Tanzanite Pond Incident Summary

OSPR field team responded to a release of red dye diesel fuel from a storage tank located at Commerce Road and Arena Blvd in the Natomas area of the City of Sacramento. The product flowed through a nearby storm drain and canal that runs along Interstate 5 and into the Tanzanite Community Park Pond on Nov. 14, 2022.


Staff from the US Environmental Protection Agency (U.S. EPA), the City of Sacramento, the California Department of Fish and Wildlife’s Office of Spill Prevention & Response (OSPR) and Hines Interests Limited Partnership (representing the Natomas Development Partners LLC) formed a Unified Command (UC) to manage the cleanup of the spill response and impacted wildlife.

City of Sacramento officials closed public access to the park to support cleanup and wildlife capture operations for the oil spill during the response.


The UC oversaw the cleanup and assessment of the pond shoreline, the storm drains and the source of the diesel release. Cleanup crews removed diesel from the water surface and shoreline with a vacuum truck and sorbent pads, and deployed containment boom to keep the diesel from spreading. Cleanup crews cleaned the storm drains with high pressure washing to release oil from the shoreline sediment where it was then recovered from the water surface with sorbents.


OSPR activated the Oiled Wildlife Care Network (OWCN) as part of the Wildlife Branch for the spill response. The Wildlife Branch conducted reconnaissance and captured and cared for affected wildlife including birds, mammals, reptiles, and fish. Impacted birds were treated at the San Francisco Bay Oiled Wildlife Care and Education Center and impacted beavers were treated at Sonoma County Wildlife Rescue.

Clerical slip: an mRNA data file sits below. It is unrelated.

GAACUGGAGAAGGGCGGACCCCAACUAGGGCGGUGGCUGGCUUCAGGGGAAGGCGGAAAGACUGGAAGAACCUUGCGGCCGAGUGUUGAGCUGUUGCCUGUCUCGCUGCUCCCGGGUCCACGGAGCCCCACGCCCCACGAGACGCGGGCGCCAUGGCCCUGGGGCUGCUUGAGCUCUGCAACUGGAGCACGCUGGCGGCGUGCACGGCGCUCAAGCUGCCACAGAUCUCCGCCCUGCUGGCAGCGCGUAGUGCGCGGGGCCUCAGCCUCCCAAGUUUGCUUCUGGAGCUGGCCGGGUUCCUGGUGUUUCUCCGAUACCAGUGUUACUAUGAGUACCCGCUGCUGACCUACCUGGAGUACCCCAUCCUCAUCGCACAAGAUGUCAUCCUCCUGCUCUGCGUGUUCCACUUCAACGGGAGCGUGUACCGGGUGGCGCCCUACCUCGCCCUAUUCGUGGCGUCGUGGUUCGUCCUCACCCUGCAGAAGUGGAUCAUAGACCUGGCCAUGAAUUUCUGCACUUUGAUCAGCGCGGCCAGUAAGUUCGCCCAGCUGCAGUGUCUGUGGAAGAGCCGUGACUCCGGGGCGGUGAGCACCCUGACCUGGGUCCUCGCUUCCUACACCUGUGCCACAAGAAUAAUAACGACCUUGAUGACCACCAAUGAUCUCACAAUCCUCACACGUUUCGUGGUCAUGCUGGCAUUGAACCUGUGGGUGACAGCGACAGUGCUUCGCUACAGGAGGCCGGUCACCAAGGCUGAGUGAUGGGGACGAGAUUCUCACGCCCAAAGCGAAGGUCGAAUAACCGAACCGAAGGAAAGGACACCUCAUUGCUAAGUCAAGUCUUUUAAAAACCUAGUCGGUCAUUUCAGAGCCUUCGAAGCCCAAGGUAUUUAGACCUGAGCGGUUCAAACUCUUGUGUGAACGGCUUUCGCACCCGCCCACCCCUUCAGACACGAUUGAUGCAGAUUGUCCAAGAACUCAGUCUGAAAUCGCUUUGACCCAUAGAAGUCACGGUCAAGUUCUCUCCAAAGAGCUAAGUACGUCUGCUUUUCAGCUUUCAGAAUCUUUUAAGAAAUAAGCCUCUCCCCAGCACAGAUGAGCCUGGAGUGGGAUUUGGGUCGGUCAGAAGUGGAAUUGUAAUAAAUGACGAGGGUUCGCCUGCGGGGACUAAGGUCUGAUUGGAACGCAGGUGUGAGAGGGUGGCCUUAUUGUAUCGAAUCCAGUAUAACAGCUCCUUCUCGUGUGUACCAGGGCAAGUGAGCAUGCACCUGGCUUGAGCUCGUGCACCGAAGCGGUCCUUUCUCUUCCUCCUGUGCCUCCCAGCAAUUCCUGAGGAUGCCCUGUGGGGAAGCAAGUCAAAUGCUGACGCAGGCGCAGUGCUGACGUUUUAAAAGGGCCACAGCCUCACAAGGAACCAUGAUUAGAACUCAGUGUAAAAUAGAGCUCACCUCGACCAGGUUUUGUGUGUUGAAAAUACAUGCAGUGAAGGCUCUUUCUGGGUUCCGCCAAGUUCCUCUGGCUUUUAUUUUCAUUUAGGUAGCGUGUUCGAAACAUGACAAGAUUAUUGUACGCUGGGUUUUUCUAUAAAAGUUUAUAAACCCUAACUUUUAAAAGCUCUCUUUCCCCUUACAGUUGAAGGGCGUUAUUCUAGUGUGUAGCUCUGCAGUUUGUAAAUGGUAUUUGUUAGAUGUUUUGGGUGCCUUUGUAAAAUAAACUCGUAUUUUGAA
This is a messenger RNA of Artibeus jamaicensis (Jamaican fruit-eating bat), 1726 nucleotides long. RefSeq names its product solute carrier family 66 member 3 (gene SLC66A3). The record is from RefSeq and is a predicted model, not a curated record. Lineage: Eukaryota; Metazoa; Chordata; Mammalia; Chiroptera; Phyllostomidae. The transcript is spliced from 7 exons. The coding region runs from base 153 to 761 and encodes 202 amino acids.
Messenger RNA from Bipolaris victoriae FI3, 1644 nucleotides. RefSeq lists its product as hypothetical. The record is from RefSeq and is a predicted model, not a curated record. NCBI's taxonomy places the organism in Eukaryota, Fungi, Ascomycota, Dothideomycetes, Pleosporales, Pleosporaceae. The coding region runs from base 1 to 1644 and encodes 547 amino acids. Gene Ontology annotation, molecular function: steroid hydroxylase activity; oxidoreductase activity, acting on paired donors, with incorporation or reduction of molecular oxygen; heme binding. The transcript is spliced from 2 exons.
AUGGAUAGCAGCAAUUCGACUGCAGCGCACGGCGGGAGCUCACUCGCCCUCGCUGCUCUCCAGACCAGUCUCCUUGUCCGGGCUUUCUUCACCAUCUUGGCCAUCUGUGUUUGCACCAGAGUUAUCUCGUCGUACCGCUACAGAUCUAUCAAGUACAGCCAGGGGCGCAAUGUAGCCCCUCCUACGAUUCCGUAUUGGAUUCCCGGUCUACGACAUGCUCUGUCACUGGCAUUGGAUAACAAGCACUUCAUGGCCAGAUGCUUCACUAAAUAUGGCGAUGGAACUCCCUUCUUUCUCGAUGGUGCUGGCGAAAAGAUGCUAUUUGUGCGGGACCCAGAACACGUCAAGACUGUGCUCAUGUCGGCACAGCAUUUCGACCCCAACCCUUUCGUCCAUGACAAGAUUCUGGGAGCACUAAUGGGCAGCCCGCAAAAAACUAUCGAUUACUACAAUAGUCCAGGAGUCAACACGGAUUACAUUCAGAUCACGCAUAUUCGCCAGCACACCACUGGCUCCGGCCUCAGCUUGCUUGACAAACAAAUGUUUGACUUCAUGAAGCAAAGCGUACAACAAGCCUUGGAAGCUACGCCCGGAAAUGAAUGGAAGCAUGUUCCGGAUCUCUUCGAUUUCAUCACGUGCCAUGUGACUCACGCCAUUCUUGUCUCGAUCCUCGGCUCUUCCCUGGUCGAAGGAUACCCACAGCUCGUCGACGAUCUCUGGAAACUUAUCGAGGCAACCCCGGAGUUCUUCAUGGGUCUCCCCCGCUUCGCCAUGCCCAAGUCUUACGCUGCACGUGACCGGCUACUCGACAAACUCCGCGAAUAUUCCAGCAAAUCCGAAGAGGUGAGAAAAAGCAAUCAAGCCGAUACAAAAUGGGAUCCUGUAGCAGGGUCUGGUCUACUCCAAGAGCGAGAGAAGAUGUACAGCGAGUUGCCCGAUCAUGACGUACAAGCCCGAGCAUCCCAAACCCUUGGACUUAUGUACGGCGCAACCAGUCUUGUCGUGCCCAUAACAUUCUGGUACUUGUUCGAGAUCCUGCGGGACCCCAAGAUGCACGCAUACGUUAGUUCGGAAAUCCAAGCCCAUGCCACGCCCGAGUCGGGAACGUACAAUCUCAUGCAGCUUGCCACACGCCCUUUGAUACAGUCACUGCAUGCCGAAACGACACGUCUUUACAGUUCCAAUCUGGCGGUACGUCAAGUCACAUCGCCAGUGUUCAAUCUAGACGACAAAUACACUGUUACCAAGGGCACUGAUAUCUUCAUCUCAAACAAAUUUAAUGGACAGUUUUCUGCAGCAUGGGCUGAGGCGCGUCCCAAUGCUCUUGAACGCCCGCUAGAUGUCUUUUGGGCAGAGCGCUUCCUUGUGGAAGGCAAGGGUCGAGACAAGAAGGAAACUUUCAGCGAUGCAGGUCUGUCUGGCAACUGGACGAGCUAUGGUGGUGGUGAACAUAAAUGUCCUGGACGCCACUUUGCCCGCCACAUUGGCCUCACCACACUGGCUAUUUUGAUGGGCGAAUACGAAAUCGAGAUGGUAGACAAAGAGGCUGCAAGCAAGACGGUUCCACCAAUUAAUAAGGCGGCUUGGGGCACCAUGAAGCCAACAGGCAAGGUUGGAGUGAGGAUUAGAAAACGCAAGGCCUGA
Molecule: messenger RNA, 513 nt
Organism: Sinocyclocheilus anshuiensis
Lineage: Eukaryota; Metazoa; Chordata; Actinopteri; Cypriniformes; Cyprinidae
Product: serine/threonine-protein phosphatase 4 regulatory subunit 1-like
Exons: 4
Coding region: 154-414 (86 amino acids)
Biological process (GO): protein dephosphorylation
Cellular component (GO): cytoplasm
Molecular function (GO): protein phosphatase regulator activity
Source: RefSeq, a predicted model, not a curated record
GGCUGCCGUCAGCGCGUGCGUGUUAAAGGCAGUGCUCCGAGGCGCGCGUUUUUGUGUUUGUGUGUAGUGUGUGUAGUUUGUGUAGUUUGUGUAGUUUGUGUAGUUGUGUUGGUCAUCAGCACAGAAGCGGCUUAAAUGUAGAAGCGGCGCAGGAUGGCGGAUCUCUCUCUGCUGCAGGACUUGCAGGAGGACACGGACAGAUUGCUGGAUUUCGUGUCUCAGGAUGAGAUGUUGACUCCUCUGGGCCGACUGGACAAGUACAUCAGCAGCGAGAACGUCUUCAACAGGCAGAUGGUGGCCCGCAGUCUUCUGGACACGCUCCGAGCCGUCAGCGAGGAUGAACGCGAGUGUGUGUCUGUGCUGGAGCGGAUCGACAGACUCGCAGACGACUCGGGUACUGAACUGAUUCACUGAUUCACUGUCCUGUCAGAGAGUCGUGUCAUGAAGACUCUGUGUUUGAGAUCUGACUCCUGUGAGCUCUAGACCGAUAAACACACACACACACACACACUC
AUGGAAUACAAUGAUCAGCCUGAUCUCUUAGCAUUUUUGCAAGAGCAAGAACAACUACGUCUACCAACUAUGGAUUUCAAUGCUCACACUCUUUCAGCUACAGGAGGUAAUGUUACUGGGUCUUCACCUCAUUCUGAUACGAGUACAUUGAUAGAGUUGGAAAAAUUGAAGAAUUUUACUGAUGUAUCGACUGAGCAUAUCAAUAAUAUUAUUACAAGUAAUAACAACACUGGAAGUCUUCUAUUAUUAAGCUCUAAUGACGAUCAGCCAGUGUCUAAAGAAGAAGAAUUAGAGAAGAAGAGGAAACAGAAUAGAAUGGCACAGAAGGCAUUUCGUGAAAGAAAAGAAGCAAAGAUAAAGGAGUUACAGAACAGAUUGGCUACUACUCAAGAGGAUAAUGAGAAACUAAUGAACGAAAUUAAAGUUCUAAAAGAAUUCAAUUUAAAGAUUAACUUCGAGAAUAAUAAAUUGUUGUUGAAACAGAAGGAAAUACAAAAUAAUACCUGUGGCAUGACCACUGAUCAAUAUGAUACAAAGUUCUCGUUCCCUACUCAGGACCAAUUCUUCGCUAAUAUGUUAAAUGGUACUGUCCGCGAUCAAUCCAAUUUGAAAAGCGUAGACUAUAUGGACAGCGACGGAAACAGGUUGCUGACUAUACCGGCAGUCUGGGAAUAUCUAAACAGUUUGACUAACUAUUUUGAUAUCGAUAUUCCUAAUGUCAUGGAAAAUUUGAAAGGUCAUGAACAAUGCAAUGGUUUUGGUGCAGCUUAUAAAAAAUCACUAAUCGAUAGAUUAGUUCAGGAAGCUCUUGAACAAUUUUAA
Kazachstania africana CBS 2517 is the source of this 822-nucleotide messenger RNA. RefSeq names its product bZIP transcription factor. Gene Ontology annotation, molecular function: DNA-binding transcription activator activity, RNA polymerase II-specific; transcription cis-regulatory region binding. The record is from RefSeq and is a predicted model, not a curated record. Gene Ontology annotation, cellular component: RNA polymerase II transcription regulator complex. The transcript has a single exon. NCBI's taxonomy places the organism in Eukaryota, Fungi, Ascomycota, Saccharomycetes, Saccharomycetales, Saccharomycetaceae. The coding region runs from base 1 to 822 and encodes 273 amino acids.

Sacramento City Fire and U.S. EPA conducted real-time air monitoring around the pond and near the Natomas neighborhood. No readings indicated unsafe air quality levels.


On Saturday, Nov. 19, Sacramento City re-opened the basketball court and skate park, but the remainder of the park remained closed to the public to support cleanup and wildlife capture operations.


Cleanup crews completed work on the storm drains on Nov. 28. With rain in the forecast, responders replaced sorbent boom at the outfall to the pond and in the canal to capture product that could be mobilized by rain. Sheen appeared in the pond after heavy rain that week.


Fully cleaned and rehabilitated birds were released back to the environment on December 2, 7, 20 and 29. Fully Cleaned and rehabilitated beavers were released on December 15 and 29.


The Unified Command concluded the emergency response phase of the cleanup at the pond on Dec. 14, upon inspection and confirmation that cleanup objectives had been achieved.